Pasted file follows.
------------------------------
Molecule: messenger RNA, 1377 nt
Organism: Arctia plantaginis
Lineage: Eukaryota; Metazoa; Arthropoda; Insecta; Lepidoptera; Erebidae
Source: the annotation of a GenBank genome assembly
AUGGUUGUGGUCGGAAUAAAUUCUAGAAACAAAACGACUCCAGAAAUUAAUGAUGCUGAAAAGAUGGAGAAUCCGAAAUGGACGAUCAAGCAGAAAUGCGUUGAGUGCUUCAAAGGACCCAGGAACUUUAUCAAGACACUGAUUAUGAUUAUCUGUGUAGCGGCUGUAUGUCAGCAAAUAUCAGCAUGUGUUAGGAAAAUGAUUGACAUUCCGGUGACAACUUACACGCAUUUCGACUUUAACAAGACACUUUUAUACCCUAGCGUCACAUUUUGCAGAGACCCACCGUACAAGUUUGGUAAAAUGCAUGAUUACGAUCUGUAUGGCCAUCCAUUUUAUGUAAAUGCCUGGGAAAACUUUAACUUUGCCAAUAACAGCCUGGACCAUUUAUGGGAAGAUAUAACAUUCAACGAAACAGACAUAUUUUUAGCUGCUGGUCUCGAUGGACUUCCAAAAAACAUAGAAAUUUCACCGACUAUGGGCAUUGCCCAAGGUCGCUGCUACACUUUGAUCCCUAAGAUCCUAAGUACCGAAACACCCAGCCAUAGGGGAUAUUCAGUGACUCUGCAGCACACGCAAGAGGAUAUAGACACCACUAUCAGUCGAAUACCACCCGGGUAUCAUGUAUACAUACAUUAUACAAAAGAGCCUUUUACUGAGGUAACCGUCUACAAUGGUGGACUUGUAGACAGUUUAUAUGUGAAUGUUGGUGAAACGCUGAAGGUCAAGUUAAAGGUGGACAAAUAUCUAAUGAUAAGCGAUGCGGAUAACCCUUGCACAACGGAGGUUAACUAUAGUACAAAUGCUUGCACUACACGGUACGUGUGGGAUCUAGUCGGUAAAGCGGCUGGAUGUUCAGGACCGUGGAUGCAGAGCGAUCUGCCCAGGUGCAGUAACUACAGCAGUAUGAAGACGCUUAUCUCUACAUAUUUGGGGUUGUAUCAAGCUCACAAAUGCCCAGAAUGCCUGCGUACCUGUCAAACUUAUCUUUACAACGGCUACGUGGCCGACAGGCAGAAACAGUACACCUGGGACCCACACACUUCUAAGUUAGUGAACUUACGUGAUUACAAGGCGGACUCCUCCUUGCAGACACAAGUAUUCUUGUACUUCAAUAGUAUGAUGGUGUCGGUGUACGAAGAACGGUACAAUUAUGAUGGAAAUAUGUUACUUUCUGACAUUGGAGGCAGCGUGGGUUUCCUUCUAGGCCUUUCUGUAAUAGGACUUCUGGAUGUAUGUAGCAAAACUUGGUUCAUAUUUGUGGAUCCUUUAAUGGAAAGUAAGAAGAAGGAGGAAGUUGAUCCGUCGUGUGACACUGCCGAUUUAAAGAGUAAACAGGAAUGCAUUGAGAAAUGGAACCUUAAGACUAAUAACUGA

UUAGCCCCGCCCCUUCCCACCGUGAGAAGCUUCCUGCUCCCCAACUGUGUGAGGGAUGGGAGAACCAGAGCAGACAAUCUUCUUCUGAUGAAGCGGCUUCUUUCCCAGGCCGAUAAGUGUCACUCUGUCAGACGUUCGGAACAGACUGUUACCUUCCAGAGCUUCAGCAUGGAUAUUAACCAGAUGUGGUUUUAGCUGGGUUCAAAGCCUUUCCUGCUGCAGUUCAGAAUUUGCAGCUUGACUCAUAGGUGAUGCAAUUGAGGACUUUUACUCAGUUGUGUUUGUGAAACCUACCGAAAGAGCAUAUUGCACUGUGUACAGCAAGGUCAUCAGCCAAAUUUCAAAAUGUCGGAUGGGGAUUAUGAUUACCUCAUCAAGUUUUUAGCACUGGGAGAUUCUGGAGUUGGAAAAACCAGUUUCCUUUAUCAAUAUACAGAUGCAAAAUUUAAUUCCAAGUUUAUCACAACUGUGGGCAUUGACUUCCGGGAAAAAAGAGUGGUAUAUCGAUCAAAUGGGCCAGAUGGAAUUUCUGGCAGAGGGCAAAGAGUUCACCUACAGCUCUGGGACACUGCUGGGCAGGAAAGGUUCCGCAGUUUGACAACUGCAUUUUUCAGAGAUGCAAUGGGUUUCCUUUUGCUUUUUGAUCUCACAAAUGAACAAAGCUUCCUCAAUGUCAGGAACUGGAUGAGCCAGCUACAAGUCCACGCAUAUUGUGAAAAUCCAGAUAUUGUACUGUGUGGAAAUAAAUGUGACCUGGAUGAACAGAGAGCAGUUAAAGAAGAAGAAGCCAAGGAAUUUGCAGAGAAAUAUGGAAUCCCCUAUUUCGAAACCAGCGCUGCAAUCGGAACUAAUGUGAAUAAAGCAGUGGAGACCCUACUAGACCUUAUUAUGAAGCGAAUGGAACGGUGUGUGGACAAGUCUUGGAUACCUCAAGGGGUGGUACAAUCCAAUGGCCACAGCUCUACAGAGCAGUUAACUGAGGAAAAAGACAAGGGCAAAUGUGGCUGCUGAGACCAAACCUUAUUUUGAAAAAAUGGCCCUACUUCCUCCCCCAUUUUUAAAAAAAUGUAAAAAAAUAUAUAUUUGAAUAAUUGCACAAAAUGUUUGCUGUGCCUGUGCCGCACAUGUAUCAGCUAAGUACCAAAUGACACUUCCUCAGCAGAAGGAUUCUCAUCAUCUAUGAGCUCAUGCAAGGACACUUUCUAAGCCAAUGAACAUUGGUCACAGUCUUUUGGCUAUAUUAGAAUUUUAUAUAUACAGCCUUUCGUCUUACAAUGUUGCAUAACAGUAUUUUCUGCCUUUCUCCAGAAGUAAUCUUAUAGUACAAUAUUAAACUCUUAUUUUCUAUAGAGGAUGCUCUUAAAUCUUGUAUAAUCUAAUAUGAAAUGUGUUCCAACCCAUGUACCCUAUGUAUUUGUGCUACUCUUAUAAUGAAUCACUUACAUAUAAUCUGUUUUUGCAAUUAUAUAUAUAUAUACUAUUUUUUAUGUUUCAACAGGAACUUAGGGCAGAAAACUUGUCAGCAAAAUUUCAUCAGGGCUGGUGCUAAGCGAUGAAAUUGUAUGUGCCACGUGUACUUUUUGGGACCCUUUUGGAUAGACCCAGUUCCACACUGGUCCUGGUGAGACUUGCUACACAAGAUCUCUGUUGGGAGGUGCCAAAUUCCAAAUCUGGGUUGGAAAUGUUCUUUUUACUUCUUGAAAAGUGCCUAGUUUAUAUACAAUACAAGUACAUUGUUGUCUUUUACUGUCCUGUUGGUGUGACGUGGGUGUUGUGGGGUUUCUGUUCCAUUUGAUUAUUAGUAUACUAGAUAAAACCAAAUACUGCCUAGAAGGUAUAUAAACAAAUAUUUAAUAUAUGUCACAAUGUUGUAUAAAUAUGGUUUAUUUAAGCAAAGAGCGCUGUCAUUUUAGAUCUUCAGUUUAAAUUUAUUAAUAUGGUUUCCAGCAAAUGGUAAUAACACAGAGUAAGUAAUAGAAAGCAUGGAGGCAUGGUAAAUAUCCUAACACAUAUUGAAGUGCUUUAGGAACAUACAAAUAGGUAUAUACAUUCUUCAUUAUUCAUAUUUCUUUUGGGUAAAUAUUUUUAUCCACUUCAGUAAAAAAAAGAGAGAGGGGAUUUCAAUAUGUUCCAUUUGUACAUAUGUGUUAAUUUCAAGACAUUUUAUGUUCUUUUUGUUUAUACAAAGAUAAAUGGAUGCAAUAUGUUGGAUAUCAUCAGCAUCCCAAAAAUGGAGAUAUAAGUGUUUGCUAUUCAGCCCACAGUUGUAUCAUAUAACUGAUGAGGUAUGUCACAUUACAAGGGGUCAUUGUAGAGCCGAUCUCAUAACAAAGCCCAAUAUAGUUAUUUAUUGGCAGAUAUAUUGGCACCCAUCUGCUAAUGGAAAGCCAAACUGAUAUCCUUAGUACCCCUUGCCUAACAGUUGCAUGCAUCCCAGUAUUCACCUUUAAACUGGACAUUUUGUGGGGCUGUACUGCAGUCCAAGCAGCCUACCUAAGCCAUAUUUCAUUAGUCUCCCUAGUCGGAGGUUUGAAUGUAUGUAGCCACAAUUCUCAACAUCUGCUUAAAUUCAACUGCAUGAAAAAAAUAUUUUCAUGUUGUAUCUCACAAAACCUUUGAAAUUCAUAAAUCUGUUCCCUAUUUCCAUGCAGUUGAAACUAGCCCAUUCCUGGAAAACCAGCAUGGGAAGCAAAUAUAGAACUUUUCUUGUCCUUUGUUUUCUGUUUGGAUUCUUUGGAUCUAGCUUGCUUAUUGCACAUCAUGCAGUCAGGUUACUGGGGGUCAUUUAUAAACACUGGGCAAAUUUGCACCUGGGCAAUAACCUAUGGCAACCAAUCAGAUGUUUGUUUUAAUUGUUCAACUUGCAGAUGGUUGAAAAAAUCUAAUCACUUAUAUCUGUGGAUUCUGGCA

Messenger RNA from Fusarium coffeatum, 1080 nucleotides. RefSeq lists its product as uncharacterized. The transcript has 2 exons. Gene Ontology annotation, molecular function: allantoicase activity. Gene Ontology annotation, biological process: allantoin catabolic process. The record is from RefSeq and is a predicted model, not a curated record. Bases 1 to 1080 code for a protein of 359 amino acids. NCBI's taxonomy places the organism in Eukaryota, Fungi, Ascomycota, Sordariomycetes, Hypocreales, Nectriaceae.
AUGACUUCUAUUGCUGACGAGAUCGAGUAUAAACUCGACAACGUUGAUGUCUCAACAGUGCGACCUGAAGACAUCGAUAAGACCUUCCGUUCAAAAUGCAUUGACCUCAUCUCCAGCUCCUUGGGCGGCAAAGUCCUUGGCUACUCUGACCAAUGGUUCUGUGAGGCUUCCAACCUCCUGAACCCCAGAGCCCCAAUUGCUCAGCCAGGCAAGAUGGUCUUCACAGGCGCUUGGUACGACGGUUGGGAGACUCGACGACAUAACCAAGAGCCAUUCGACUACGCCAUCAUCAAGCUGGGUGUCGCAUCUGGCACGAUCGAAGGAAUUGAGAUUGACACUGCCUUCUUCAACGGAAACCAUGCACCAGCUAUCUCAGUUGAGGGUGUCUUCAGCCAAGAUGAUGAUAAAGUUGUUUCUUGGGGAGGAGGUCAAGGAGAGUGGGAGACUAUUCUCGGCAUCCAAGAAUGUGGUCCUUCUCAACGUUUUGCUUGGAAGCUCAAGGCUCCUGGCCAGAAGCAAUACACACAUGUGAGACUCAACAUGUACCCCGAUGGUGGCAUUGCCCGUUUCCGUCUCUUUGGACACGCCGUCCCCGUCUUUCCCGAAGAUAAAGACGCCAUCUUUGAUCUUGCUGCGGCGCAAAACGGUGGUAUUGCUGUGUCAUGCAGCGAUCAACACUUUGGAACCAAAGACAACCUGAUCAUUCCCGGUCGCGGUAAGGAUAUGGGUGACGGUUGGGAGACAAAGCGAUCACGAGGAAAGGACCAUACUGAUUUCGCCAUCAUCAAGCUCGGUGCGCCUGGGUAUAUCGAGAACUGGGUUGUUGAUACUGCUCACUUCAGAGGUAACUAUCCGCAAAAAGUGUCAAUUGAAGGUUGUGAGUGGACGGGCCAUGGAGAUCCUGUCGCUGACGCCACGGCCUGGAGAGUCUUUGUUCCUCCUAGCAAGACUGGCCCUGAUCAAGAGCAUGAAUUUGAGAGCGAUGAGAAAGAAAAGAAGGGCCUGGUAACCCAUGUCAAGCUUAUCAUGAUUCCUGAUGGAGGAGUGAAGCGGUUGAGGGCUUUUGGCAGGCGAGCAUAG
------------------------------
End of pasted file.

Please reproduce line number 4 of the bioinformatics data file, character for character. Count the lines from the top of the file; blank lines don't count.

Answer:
Source: the annotation of a GenBank genome assembly